Ch VII (1825) (October 15)Mordecai M. Noah, editor of the New York Enquirer, essayed the realization of a long­meditated scheme, and at the head of an association of Hebrews purchased Grand Island in Niagara River, termed it the city of Ararat, laid its corner­stone, and by a proclamation of his, as first Judge of Israel, announced the reorganization of the Government of the Jewish nation. The enterprise failed.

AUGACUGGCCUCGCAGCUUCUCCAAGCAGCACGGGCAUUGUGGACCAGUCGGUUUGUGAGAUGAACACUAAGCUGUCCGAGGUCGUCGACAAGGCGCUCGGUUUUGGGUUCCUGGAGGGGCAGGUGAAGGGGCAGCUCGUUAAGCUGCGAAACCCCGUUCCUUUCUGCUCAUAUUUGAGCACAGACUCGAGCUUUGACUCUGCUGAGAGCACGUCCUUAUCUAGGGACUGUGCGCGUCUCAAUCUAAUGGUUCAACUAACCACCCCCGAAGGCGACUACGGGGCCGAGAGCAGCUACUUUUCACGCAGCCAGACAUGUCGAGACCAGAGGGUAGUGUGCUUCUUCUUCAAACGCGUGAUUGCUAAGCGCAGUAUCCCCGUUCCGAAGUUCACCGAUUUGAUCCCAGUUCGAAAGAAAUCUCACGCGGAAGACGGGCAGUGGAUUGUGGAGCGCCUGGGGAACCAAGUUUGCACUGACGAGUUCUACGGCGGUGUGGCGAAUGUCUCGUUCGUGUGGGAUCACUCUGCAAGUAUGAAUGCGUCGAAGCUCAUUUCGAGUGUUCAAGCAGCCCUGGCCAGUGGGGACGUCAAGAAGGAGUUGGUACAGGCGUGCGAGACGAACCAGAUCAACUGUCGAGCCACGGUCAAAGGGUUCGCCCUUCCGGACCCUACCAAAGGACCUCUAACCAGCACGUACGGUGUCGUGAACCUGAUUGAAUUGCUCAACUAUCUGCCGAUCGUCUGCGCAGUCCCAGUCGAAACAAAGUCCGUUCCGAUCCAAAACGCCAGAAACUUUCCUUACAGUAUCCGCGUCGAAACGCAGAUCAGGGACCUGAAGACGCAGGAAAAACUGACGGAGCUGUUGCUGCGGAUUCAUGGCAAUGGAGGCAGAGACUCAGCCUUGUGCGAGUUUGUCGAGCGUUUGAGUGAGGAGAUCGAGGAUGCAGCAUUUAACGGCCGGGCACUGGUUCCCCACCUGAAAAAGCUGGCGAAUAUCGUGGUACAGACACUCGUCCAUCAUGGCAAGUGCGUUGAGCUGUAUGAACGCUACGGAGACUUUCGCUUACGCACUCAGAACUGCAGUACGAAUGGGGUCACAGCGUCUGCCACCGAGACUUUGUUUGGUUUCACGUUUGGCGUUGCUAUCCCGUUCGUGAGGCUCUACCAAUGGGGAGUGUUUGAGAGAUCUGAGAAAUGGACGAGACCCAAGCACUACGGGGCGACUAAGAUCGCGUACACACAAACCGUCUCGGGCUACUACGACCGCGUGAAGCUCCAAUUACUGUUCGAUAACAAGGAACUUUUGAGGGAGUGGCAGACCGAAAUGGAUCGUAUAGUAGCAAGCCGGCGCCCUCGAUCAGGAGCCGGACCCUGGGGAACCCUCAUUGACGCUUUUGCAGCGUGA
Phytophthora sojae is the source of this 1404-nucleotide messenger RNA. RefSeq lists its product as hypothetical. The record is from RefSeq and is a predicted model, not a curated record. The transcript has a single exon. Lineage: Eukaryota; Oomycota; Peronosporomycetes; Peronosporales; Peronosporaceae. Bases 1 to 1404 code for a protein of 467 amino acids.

Ch IX (1825) When in the shipping business [Jacob Barker] was at one time much exercised regarding the safety of a particular vessel on a distant trading voyage, which he had not insured. He one day applied to an insurance office for a very full amount upon her; the application not having been made "binding," he did not ask for the policy, but a few days afterward he hurriedly appeared at the office and told the president of the company that he need not sign the policy, as he himself "had heard of the vessel." Whereupon the president replied that the application had been accepted and the transaction completed, retired to his private office, and returned with the policy duly signed, which Barker pocketed. Soon after it was posted that the vessel had been wholly lost. Barker had "heard of the vessel," that is, he had heard of her loss. It was reported that this was a case of "diamond cut diamond"; the policy, in fact, having not been signed until after Barker reported hearing from the vessel; the president intending thus to secure the premium without taking any risk.